The short answer: Yes.
It’s sad but true. Unless you’re either incredibly lucky (as in, winning-the-lottery lucky) or were brought up on a commune where everyone weaved their own pants out of the leftover hemp they couldn’t bake into happy sunshine brownies, you’ve bought more than a few things made by people forced to work for little or no money.
Most people are sort of vaguely aware of this. You probably assume that the conditions at factories producing, say, brand-name running shoes are not the best. (In 2001 Nike admitted it had been using sweatshops.) Same goes for electronics. (Apple was called out more recently for the conditions at the Foxconn plant that was producing its iPhones.) And you probably know that diamonds in parts of Africa are mined under deplorable conditions.
But the problem is probably much bigger than you think. A recent raid on a New Delhi sweatshop rescued 14 children who had been sold into forced labour. (Forced labour is a broad term that includes work imposed on someone against their will and with the threat of punishment. Slavery, prison work, and debt bondage are some examples.) What were they working on for 15 hours a day, under the constant threat of violence, to meet the demands of the western holiday market? Christmas decorations.
That’s the thing: Sometimes it’s the stuff you least expect. It’s ironic to think that before the wall fell, anti-communist dissidents in East German prisons were being forced to work for the world’s largest retailer of cheap furniture. (Ikea recently admitted that in the 1980s, it used labour from political prisoners in East Germany).
It’s tempting to think that this is a problem that only affects certain countries, and that if you could just avoid products from, say, India and East Germany, you’d be okay. That sounds reasonable. I mean, you’d have to boycott more countries. You might as well add China and Darfur. And then there was the UK family jailed this year for pulling homeless, alcoholic and mentally ill men and women off the street and forcing to work in their paving and patio business for $8 a day. They were beaten if they tried to leave. So you can cross Great Britain off your list. Walmart in July discontinued one of its seafood suppliers because it was forcing immigrant workers to work 16 to 24 hour shifts. They were warned their families in Mexico would be hurt if they sought legal help. That was in Louisianna. There goes the safety of ‘Made In USA’. Canada isn’t blameless, either, not by a long shot.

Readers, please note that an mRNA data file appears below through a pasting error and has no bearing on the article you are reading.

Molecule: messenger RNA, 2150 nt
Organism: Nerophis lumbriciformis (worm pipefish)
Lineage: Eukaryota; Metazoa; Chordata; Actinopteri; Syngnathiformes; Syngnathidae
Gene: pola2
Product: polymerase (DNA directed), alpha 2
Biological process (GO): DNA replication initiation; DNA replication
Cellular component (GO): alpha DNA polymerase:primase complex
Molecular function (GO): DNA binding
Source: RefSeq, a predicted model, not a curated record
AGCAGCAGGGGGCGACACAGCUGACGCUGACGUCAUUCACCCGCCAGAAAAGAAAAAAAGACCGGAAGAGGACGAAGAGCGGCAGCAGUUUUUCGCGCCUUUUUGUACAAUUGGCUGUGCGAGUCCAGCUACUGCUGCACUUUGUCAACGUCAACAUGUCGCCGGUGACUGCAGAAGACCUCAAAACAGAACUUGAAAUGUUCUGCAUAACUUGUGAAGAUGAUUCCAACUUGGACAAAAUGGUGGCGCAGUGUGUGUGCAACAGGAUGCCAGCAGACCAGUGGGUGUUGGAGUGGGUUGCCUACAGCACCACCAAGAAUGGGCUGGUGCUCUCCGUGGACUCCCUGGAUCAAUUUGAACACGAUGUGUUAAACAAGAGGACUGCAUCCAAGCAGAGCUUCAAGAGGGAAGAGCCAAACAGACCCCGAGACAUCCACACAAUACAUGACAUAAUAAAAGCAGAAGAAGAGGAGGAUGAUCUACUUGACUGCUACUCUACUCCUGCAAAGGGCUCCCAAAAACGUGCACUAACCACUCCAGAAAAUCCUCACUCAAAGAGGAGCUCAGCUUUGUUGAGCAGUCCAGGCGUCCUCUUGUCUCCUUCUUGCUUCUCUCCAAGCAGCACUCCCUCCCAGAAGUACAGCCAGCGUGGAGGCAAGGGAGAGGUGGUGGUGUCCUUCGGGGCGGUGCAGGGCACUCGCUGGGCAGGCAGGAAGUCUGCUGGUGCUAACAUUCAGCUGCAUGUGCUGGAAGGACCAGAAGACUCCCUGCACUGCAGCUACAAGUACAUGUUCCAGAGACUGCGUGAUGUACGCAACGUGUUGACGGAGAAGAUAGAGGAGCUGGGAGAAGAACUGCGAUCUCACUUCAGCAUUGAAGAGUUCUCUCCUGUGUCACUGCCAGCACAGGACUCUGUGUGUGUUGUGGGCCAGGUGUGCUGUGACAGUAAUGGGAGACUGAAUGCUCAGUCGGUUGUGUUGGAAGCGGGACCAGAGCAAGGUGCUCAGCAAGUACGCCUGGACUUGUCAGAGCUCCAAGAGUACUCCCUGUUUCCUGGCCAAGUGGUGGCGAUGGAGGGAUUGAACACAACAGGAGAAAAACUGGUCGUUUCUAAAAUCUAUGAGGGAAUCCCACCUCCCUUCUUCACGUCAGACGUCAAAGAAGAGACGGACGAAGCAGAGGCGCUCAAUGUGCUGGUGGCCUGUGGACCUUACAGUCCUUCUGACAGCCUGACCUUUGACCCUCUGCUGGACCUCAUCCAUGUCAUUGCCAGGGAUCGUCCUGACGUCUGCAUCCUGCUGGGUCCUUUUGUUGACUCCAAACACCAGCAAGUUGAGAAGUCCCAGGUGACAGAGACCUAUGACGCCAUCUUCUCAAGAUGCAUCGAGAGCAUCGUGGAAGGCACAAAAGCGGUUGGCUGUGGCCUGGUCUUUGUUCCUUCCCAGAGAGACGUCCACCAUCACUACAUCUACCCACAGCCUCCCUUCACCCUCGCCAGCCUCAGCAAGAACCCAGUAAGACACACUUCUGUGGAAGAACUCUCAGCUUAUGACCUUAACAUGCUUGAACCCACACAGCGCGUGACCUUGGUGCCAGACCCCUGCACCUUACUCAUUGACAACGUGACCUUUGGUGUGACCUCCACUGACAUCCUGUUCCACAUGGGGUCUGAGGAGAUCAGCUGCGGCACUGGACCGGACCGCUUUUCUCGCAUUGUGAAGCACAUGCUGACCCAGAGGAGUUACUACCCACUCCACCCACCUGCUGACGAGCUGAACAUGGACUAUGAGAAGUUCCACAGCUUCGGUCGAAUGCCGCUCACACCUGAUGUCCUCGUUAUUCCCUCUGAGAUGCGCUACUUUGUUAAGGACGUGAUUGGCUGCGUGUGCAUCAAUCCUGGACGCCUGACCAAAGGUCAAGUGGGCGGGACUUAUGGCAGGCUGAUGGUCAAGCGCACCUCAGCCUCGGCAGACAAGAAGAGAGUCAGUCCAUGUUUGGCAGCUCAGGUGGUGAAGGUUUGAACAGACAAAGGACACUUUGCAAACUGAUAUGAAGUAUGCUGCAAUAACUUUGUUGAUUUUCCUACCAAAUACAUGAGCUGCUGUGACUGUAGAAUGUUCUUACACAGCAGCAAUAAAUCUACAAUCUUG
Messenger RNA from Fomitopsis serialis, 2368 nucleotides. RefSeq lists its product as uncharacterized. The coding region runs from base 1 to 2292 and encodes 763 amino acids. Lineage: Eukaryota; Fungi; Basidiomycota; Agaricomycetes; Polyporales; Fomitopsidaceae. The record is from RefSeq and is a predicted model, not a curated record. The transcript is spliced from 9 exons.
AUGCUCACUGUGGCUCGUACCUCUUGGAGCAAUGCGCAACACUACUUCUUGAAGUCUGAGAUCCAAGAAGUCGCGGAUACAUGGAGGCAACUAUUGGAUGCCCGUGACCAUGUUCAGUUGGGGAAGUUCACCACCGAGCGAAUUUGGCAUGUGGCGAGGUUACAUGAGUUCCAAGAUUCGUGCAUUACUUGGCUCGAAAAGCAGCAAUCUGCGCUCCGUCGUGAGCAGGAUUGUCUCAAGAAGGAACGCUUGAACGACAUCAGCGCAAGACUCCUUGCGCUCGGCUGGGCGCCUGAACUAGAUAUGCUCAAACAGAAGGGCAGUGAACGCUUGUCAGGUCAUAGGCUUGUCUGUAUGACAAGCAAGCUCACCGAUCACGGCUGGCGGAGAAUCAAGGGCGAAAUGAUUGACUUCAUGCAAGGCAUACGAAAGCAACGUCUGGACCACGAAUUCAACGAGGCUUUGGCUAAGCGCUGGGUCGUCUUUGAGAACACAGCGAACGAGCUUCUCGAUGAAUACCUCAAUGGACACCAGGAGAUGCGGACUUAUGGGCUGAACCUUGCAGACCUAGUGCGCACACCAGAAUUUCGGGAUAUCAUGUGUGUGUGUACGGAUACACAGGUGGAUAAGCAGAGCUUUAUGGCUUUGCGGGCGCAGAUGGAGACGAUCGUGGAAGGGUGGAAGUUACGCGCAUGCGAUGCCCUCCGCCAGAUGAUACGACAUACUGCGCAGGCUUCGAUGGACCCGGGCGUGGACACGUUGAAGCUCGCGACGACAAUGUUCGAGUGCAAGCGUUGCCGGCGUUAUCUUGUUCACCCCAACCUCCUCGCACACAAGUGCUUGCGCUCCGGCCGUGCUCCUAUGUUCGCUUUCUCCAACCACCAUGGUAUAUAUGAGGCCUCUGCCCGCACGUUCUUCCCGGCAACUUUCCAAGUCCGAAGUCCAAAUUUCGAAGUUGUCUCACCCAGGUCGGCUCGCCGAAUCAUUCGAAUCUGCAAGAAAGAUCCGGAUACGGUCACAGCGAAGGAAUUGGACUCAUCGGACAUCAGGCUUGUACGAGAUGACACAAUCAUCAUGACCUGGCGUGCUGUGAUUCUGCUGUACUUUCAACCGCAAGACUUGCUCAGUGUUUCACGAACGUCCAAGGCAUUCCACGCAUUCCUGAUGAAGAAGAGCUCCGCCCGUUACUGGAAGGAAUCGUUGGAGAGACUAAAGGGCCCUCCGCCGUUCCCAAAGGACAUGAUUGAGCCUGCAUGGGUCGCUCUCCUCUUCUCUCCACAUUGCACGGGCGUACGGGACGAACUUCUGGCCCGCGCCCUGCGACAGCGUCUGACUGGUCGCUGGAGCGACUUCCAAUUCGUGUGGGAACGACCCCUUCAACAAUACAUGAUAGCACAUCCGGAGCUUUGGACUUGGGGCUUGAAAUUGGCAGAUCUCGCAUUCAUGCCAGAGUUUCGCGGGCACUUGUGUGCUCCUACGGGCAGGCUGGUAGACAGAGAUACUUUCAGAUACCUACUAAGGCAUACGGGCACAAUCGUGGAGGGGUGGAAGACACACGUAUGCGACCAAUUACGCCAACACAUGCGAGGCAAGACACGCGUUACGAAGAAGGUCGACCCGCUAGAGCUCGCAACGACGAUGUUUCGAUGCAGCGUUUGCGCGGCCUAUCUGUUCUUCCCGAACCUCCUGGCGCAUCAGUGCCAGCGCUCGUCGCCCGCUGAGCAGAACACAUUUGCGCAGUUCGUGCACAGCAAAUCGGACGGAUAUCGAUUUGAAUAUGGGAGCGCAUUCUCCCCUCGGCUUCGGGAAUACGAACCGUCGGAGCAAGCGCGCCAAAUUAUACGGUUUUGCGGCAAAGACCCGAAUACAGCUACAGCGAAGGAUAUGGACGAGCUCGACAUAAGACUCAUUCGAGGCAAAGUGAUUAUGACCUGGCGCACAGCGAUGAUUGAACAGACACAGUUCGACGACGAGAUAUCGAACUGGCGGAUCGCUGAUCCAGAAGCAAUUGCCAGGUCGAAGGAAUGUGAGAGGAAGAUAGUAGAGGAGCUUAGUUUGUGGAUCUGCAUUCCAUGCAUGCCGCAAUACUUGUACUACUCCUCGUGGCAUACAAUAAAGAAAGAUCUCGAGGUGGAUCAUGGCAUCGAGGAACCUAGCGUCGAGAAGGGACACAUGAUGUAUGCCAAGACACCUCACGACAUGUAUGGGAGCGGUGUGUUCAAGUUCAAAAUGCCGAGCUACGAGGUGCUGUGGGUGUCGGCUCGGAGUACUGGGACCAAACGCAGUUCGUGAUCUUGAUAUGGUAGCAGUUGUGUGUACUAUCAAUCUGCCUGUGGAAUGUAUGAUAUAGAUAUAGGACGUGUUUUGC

In fact, the United Nations’ International Labour Organization estimates that there are 21 million people trapped in some sort of forced labour worldwide, and that 1.5 million of them are in Europe, the U.S., Canada, Australia or New Zealand.
If you want to really get a sense of just how huge the problem is, point your browser to slaveryfootprint.org, a site commissioned by the U.S. State Department. It asks you a few questions about what’s in your home and then gives you an estimate of how many slaves work for you. It also points out the impact items that affected your score the most. (For me, it was socks and body wash.)
So which specific products should you stay away from? An infographic published in the National Post this year illustrates the problem: They list 130 product types from 71 countries that are produced by either slave labour or child labour. That’s product types, not products. As in ‘garments’ from Thailand or Argentina—but it doesn’t tell you which brands produce their clothes there. Or ‘cattle’ from Brazil or Paraguay. Which fast food companies import their beef from there? Does your favourite chocolate bar source its chestnuts from Bolivia?
It can all seem a little overwhelming. Free2Work (available in website and app formats) helps by grading brands on their labour and supply chain policies. As a consumer, that can be helpful. But it can also backfire: When every brand in the category ‘beans and grains’ gets a D-, it can leave you feeling a little powerless.
Still, it’s a place to start. It helps to know that Lindt chocolates get a slightly better grade than Glossette and Cadbury. (Thankfully, they’re more delicious, too.)
In the end, boycotting may not be the answer. “Anytime that you boycott a product,” Kevin Cassidy of the ILO told the National Post, “it impacts the local community that very well may be relying largely on that.” Instead, try writing letters and emails to your favourite companies demanding corporate policies that keep tabs on the labour practices throughout their supply chain.